Anhydrous Body Butter with Isopropyl Myristate Revised 2

Last week I created a formula for a body butter with some Isopropyl Myristate to help alleviate the greasiness of an anhydrous formula. While it turned out to be nice on the hands, it was way too greasy for my taste.

I decided I had two problems to address: First, choose a dry-feel oil to replace Avocado Oil. Second, add more Isopropyl Myristate.

Join me as I revise the formula and make up a new batch.

The first step was to identify a dry-feel oil. To do this, I grabbed all my liquid oils and set out to try each one neat to see which was a dry feel. Avocado Oil is about the greasiest oil, which explains a lot about why my first formula felt so unsatisfying.

After testing all the oils in the cupboard, I decided the two contenders would be Marula Oil and Grapeseed Oil. I chose Grapeseed Oil because it’s less expensive and because I have not worked with it very much.

The Isopropyl Myristate percentage went up to 15% this time around, so a little math gave me the percentages for the other three oils.

Anhydrous Body Butter with 15% Isopropyl Myristate


37% Shea Butter
38% Cocoa Butter
10% Grapeseed Oil
15% Isopropyl Myristate


Microwave-safe Container
Jars and Lids

100-gram Test Batch

37 grams Shea Butter
38 grams Cocoa Butter
10 grams Grapeseed Oil
15 grams Isopropyl Myristate

8-ounce Batch

2.96 ounces Shea Butter
3.04 ounces Cocoa Butter
0.8 ounces Grapeseed Oil
1.2 ounces Isopropyl Myristate


Weigh all ingredients into a double boiler or microwave-safe container. Heat gently until the solid oils are melted, stirring often.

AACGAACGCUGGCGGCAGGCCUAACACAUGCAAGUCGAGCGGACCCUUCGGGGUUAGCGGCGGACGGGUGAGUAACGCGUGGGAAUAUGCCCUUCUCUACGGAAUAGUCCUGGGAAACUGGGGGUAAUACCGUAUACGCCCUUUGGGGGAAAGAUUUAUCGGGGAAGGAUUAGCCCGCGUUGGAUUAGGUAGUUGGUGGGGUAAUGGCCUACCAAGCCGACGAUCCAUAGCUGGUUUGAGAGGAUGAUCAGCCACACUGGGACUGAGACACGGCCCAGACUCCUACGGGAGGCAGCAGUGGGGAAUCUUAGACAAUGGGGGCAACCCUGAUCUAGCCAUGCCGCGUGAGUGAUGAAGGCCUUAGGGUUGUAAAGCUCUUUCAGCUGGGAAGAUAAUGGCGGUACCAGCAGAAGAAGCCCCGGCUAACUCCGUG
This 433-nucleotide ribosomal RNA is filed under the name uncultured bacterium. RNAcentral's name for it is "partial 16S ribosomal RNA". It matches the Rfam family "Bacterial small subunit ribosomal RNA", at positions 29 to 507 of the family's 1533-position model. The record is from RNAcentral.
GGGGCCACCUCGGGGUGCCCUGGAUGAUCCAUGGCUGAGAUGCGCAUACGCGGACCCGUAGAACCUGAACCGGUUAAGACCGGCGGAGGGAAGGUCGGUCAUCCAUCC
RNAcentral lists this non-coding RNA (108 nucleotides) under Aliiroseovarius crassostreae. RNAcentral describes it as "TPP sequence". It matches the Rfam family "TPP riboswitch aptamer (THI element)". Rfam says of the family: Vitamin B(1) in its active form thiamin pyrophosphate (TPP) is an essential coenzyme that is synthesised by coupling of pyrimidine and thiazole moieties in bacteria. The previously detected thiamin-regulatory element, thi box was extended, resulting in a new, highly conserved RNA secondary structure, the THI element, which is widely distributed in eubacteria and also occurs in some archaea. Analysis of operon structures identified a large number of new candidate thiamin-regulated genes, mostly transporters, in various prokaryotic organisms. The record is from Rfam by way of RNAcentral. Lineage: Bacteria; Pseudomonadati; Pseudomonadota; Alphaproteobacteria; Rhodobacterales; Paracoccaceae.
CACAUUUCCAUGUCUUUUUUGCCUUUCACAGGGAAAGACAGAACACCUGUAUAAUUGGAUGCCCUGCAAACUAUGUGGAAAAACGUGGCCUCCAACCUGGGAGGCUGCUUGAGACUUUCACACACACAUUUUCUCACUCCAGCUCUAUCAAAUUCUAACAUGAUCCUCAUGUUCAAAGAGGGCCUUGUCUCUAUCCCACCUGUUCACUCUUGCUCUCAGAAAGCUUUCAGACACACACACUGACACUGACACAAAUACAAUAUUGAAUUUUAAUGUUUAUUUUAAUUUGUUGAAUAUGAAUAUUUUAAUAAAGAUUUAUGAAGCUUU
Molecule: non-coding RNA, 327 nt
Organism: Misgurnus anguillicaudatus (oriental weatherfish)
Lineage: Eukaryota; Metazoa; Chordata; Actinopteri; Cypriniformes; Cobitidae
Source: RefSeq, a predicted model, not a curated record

Once oils are completely liquified, pour into wide-mouth jars and set aside to cool. Do not put lids on the jars until the mixture has cooled completely.


This time around I also increased the hard oils from 62% in the first batch to 75% in this batch. I thought the first batch was a bit too soft. I’m still wanting a butter that can be easily used from a jar rather than as a lotion bar, though. The texture of this butter is good and close to what I was aiming for.

The finished butter is not terribly oily. The Grapeseed Oil substitution helped a great deal. I used it on my hands, and it felt really nice, though it still left enough residue that I needed to take a long break before doing anything with my hands. This gave me the chance to really rub some of the butter into my super dry cuticles, which was so needed.

Overall, I probably would not call this batch a success. I was shooting for a drier feeling, and it’s still not what I want. it feels more like a balm or salve than a butter. I’m pondering making a couple more changes to the formula and trying it whipped to see if that will turn it into something I’ll love.

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About Denise

I'm a crazy goat lady who got into making my own soap with goat milk, found MMS to order supplies, and now I get to combine my love of creating skin care products with a job to pay the feed bill. I live in Alaska and greatly enjoy the unique aspects of my northern home - summer days when it never gets dark and the Northern Lights dancing above in winter. Favorite scents include Wild Mint and Ivy, Rhubarb & Sugar Cane, and Eucalyptus Spearmint.

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